News reports detail that United Food & Commercial Workers (UFCW) union bosses are continuing their strike order affecting more than 8,000 employees at King Soopers grocery stores across Colorado. Little progress has been reported in bargaining talks, with UFCW officials in Colorado rejecting twelve proposals for a contract after continuous negotiations with King Soopers management.
The situation presents serious concerns for employees who believe there is much to lose from a union-ordered strike. That is why workers confronted with strike demands frequently contact the National Right to Work Legal Defense Foundation to learn how they can avoid fines and other vicious union discipline for continuing to report to work to support themselves and their families.
The fact is, employees do not have to become or remain members of the UFCW or any other union to get or keep their jobs. Despite the often-misleading language in collective bargaining contracts, no employee is actually required to be a member of a union. And if an employee is not a member of a union, then union officials have no power to fine or discipline him or her. In this way, employees have the right to rebuff union strike demands under federal labor law, but it is important you read the following before you do so.
You should learn about your rights from independent sources and should not rely on what self-interested union officials tell you. For five decades, the National Right to Work Legal Defense Foundation has worked in the courts to expand and protect the rights of individual employees in such situations. It is the nation’s premier organization exclusively dedicated to providing free legal assistance to employee victims of forced unionism abuse.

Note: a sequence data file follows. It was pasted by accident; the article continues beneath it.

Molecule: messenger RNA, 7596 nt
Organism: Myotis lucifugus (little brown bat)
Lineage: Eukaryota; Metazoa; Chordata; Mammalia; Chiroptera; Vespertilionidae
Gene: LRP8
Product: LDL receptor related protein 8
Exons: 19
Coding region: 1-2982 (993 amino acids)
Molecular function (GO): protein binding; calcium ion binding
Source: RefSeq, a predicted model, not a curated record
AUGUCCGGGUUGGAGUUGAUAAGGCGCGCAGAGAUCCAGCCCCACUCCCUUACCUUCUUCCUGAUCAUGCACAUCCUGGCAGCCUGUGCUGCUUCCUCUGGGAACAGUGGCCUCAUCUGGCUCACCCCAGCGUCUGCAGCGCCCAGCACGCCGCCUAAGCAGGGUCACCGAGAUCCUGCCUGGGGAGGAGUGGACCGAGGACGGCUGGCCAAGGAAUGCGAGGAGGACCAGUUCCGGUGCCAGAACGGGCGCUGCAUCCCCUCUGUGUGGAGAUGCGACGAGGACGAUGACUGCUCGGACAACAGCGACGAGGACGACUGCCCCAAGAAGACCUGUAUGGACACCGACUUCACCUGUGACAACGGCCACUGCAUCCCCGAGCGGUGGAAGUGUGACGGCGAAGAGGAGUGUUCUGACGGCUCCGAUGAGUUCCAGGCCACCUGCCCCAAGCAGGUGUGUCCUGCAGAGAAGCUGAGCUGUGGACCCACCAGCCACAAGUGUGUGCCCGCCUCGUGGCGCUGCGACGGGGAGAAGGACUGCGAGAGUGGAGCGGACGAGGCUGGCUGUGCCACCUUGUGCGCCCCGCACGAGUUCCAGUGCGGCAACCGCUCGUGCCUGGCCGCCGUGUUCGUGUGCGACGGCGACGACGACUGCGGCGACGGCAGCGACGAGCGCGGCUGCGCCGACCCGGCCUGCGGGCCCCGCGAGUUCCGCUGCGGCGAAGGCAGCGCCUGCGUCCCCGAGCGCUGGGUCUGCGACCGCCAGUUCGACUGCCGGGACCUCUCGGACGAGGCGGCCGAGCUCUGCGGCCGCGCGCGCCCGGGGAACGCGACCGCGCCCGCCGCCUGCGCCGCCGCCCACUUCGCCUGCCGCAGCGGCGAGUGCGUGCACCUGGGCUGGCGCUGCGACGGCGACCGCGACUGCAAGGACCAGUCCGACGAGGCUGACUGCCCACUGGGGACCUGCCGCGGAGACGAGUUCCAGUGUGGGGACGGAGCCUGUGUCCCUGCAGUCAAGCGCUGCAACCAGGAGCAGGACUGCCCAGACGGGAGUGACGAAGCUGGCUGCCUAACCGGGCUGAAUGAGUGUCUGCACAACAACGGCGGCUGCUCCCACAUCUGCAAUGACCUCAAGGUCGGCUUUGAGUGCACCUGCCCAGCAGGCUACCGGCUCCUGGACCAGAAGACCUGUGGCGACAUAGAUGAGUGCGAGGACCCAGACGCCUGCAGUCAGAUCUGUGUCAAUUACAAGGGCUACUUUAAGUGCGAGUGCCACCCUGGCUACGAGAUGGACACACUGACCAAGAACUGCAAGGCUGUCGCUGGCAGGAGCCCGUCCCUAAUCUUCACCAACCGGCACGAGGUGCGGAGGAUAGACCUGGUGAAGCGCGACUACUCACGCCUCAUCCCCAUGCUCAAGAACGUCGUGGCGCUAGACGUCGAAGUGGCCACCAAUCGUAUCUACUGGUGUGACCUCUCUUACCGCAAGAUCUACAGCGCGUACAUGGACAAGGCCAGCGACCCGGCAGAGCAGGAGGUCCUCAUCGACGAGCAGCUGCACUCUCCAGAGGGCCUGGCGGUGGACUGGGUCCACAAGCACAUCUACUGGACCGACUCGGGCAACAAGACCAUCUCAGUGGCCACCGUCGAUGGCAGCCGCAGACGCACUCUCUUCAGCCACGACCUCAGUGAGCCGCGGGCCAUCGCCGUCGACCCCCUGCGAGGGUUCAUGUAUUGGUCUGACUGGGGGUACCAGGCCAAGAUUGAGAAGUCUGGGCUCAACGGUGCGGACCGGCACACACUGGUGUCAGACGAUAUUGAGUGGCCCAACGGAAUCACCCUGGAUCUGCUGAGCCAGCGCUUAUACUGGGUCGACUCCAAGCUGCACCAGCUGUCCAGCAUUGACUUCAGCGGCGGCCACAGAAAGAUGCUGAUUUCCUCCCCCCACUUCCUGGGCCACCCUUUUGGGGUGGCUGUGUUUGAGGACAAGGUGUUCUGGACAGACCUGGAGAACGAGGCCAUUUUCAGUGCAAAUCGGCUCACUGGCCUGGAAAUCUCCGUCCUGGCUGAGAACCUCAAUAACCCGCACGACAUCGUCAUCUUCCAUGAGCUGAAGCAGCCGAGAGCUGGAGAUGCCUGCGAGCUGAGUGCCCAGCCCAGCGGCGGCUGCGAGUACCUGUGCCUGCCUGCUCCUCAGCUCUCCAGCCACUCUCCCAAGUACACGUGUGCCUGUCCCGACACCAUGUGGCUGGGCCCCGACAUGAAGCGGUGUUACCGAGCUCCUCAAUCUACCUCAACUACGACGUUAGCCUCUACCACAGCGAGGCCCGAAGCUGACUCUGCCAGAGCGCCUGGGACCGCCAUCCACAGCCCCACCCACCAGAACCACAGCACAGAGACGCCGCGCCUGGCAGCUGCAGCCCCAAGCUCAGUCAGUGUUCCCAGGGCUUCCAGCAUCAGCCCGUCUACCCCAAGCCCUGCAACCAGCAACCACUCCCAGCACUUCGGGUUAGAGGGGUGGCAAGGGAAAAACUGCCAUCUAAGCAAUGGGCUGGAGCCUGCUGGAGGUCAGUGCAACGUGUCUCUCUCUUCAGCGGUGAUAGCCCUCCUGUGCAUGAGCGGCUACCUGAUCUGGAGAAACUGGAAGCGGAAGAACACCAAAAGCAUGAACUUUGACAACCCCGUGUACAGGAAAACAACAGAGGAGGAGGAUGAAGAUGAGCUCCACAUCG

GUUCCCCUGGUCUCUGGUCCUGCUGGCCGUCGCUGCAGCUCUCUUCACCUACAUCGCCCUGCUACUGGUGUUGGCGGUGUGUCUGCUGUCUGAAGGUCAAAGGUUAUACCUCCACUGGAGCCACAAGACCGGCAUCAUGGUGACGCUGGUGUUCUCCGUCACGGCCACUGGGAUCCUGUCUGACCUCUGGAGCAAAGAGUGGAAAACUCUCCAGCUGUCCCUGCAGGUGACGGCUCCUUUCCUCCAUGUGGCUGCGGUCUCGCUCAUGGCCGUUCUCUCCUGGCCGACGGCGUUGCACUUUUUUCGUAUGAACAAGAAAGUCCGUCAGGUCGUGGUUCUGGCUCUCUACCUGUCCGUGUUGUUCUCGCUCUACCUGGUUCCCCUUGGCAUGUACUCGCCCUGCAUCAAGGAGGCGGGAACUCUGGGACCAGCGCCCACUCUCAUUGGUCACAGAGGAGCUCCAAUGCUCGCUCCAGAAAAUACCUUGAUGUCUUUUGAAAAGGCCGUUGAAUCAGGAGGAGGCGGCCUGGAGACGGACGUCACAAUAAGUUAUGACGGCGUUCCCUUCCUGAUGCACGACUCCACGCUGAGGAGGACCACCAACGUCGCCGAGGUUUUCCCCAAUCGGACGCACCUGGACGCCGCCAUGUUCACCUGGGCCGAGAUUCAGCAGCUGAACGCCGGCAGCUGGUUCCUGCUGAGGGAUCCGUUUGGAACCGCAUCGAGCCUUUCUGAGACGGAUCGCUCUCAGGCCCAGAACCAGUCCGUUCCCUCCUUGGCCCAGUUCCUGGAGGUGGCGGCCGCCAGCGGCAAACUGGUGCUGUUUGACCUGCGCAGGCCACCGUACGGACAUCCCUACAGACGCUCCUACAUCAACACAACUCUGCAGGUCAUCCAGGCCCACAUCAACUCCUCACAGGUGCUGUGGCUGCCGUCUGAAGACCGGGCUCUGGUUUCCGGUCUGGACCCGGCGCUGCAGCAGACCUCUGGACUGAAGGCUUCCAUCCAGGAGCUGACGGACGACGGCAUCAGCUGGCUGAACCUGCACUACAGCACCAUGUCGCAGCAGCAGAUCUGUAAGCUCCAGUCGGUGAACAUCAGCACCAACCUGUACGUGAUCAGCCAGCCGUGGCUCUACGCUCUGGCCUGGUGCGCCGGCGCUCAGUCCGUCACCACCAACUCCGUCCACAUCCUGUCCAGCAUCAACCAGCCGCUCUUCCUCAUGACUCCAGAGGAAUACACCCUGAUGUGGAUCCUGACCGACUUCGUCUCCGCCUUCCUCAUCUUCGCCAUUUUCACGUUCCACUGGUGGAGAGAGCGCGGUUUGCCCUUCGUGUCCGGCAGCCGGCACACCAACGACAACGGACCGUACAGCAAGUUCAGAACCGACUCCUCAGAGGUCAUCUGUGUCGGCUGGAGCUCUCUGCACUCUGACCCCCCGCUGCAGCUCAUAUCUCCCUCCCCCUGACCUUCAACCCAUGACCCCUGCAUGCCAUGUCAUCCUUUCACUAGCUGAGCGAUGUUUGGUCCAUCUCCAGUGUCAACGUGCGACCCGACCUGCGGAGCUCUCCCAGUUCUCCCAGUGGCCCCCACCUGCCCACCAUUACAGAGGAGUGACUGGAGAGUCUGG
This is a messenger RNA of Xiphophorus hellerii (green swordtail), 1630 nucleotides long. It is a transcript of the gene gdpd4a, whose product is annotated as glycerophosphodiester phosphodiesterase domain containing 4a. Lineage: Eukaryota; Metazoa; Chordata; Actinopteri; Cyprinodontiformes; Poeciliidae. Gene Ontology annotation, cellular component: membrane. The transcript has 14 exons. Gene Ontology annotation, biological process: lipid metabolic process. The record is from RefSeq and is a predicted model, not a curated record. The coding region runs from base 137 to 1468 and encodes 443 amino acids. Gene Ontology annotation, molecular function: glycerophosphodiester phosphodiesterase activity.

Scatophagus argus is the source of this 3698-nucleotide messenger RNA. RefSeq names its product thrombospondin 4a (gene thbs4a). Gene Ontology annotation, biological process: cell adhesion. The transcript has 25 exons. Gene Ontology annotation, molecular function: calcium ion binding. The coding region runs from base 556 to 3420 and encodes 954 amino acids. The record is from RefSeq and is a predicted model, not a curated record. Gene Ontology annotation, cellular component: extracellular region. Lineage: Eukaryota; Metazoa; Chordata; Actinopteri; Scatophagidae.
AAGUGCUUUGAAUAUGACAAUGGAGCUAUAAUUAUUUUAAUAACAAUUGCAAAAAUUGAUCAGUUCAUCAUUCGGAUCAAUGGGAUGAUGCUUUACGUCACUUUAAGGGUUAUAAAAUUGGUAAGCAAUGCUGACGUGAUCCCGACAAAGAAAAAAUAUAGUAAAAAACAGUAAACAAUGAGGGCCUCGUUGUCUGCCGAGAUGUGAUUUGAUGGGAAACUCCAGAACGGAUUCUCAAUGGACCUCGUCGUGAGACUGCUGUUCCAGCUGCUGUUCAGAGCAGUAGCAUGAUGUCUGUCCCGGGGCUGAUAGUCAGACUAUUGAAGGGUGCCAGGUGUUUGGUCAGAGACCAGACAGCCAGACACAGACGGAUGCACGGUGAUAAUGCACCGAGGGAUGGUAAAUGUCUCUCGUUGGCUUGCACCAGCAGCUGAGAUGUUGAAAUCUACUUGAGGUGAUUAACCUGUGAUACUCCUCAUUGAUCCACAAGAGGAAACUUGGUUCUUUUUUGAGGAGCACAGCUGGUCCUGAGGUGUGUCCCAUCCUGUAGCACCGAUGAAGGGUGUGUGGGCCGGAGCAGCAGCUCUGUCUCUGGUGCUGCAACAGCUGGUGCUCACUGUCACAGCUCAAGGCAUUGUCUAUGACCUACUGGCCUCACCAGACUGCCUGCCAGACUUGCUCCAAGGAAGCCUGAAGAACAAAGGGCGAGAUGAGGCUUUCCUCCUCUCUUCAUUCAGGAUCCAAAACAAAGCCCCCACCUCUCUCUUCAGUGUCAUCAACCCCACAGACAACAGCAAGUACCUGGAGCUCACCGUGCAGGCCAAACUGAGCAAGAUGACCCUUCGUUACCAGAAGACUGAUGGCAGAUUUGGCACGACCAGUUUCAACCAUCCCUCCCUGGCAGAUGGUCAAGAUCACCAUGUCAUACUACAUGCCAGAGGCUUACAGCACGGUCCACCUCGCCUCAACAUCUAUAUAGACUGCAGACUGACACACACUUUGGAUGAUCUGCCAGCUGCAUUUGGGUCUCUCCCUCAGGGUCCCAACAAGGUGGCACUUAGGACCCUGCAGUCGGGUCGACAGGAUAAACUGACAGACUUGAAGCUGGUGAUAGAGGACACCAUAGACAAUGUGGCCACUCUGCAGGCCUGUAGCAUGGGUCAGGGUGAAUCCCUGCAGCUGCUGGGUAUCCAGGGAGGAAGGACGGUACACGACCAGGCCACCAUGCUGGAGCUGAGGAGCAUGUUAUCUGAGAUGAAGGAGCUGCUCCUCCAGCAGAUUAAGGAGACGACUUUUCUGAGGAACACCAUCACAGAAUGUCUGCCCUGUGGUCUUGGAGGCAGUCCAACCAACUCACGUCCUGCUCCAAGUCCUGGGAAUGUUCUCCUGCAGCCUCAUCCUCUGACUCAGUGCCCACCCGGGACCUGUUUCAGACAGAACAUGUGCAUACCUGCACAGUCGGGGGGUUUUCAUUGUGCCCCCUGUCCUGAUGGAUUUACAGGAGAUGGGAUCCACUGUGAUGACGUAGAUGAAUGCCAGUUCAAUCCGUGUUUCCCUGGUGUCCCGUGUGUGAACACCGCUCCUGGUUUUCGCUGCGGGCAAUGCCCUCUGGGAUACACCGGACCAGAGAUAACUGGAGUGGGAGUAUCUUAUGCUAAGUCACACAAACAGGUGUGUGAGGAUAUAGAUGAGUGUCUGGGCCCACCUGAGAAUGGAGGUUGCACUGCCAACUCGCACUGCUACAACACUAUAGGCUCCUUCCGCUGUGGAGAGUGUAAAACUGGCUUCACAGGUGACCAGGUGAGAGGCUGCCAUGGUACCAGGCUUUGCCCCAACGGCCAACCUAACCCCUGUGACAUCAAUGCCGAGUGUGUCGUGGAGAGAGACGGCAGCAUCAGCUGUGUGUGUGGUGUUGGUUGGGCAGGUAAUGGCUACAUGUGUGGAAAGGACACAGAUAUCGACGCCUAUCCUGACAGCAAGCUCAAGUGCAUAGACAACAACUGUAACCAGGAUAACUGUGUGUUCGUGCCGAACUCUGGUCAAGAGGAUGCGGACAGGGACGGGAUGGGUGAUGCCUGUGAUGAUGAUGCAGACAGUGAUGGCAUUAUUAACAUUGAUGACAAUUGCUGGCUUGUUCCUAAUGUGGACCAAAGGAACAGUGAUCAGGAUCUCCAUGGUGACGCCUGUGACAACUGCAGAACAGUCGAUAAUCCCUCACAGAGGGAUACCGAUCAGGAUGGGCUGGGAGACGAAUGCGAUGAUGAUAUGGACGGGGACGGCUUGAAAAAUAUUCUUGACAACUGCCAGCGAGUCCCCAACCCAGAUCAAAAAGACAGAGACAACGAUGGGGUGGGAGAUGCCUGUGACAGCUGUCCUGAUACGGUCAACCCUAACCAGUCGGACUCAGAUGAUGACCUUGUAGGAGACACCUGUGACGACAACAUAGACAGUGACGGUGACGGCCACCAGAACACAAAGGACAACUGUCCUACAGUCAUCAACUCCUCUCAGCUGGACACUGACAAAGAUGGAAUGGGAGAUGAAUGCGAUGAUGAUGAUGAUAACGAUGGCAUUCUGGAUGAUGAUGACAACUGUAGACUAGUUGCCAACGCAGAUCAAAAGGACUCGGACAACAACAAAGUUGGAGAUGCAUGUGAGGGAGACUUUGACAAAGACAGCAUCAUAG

King Soopers’ employees should know they have the following rights:
You have the right to resign your membership in the union. If you don’t support this union, you can send the union a letter resigning your membership.
You have the right to go to work during a strike. Union officials can (and often do) fine actual union members who work during a strike. So, you should seriously consider resigning BEFORE you return to work during a strike, which is the only way to avoid these union fines and discipline. See Union Discipline and Employee Rights.
You also have the right to revoke your dues check-off and stop allowing the union hierarchy to collect money from your paycheck every week. You can send letters to the union and your employer revoking your authorization to have union dues deducted from your paycheck during periods when there is no collective bargaining agreement in effect.
Because Colorado lacks Right to Work protections, workers who have abstained from union membership may be required to pay partial union dues after a new contract is finalized. However, union nonmembers have a right under the Foundation-won Communications Workers v. Beck (1988) Supreme Court decision to refuse dues payments for union boss political expenses and other expenses not related to collective bargaining and contract administration.
If you wish to eject an unaccountable union hierarchy from your workplace, you have the right to circulate or sign a decertification petition to obtain a secret ballot election to do so. See Decertification Election.
A sample letter for employees who wish to resign their union membership, revoke their dues check-off, and exercise their right under Beck to opt-out of dues deductions for union politics and other non-bargaining expenses is here.
NOTE: If possible, use certified mail, return receipt requested, and save copies of your letters and the return receipt to prove delivery. If you hand deliver a resignation and/or dues deduction revocation, make sure that you have a reliable witness to the delivery. In our experience, it is not uncommon for angry and dishonest union officials to pretend they did not actually receive resignations and initiate proceedings against non-striking workers anyway.
Go to About Your Legal Rights: Private Sector Employee to learn more about your rights, and contact the NRTW Foundation at https://www.nrtw.org/free-legal-aid, email@example.com, or 800-336-3600 with any questions.